While the odds of Saudi production being disrupted by the current conflict in the near term are remote, concern has risen over the longer-term stability of the Saudi monarchy and the safety of its oil fields, energy experts say.
"In order to deal with a reemergence of a tight-supply market, there should be an emphasis on looking for alternative sources of supply and alternative fuels to oil," said Edward Morse, an executive at Hess Energy Trading Co., LLC who has written on oil-related issues.
Despite the political concerns, the global economic slowdown helped push down U.S. oil futures prices to near two-year lows this week - hardly a catalyst for Americans to give up oil-intensive lifestyles epitomized by the popularity of gas-guzzling sport utility vehicles.
ALTERNATIVES TO OIL ARE REAL
Critics say that for its long term policy, the Bush administration has not gone far enough to wean the United States off its oil habit.
"If it weren't for the three letter word - oil - we would be free in the Middle East, as we are elsewhere, to support human rights, democracy and so forth," Woolsey said. "This is why waste and biomass is so important as a source for fuel," he said referring to organic fuels like ethanol that can be derived from plants like corn or from decomposed waste.
Leaders in the alternative energy world, like Amory Lovins, the head the Rocky Mountain Institute, said that real change is completely possible if the United States finds the political will to make it happen.
"What they (the Bush administration) don't yet have is a way to build a balanced portfolio of supply-side and demand-side measures to meet policy objectives at least cost," Lovins said.
Lovins said, for example, that by boosting light vehicle mileage requirements by just 2.7 miles per gallon, the United States could wipe out the need for all of last year's Mideast oil imports.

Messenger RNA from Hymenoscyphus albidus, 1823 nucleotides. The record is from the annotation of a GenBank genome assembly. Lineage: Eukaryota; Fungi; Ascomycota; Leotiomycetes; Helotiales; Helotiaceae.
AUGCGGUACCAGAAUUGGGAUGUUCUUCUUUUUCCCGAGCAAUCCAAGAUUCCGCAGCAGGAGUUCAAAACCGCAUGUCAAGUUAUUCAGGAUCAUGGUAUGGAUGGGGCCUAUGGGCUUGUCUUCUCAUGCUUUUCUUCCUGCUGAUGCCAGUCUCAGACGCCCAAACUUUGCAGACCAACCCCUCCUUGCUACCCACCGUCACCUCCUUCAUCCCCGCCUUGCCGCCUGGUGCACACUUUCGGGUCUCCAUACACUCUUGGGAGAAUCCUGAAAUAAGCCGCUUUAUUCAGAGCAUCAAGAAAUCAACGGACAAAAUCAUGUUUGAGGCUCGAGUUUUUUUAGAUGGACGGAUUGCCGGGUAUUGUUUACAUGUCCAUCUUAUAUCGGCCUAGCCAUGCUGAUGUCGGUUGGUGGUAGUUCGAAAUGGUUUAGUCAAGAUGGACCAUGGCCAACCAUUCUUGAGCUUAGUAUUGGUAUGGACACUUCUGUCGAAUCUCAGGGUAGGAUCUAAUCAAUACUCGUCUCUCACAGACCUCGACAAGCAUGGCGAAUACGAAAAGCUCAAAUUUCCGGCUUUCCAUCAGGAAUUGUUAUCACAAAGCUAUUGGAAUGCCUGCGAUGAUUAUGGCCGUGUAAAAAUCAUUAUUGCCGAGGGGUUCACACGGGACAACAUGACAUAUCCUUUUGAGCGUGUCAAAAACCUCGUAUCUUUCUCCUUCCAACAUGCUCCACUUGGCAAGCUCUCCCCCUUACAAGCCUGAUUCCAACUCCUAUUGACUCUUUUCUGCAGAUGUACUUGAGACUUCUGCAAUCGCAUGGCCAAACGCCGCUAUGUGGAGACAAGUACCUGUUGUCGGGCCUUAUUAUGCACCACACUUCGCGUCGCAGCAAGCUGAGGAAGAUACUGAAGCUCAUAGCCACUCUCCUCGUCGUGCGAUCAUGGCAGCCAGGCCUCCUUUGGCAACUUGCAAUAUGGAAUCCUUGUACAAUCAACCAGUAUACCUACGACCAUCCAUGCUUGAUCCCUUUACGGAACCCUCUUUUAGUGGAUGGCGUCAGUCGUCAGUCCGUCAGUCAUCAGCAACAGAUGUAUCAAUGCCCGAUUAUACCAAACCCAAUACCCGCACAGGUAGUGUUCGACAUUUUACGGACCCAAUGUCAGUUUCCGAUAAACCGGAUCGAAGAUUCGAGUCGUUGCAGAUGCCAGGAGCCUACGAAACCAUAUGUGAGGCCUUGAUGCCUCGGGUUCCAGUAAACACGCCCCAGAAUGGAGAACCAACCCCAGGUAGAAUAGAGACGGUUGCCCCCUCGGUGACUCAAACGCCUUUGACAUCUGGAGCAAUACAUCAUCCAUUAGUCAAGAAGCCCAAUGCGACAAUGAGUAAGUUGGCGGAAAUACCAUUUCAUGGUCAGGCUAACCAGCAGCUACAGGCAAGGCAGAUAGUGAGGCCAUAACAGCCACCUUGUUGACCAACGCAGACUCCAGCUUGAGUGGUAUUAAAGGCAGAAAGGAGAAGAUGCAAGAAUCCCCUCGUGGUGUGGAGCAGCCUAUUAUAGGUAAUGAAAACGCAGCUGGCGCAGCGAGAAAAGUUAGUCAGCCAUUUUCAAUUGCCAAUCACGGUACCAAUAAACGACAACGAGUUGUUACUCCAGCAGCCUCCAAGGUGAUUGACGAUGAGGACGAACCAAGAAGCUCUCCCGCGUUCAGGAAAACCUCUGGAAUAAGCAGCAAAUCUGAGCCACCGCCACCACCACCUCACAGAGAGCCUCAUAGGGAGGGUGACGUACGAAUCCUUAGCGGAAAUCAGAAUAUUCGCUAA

Other specialists like Scott Sklar, president of Stella Group Ltd, a company that sells fuel cells, said that within 15 years, renewable fuels could provide 15 percent of U.S. energy, and conservation measures could cut oil demand by 20 percent.
"The 20 percent is on top of that 15 percent, so we could cut back a little more than a third of total U.S. energy use, through use of renewables - both for transportation fuel and electric generation - and the use of efficiency," Sklar said.
Lovins stressed that even if the U.S. government is falling short in leading the way to less reliance on oil imports, some of the more progressive oil companies are showing initiative.
Major oil firms like Royal Dutch/Shell and BP are starting to develop alternative energy and being careful to create environmentally friendly public images.
"If we start a trend of replacing 1 percent a year of crude oil with fuel from organic waste materials, they (Arab regimes) will be able to read the writing on the wall very quickly," Woolsey said.
"One of the things that has drawn us into disfavor in the streets of the Arab countries is that they see us sponsoring, defending, their most corrupt and repressive regimes," Woolsey added.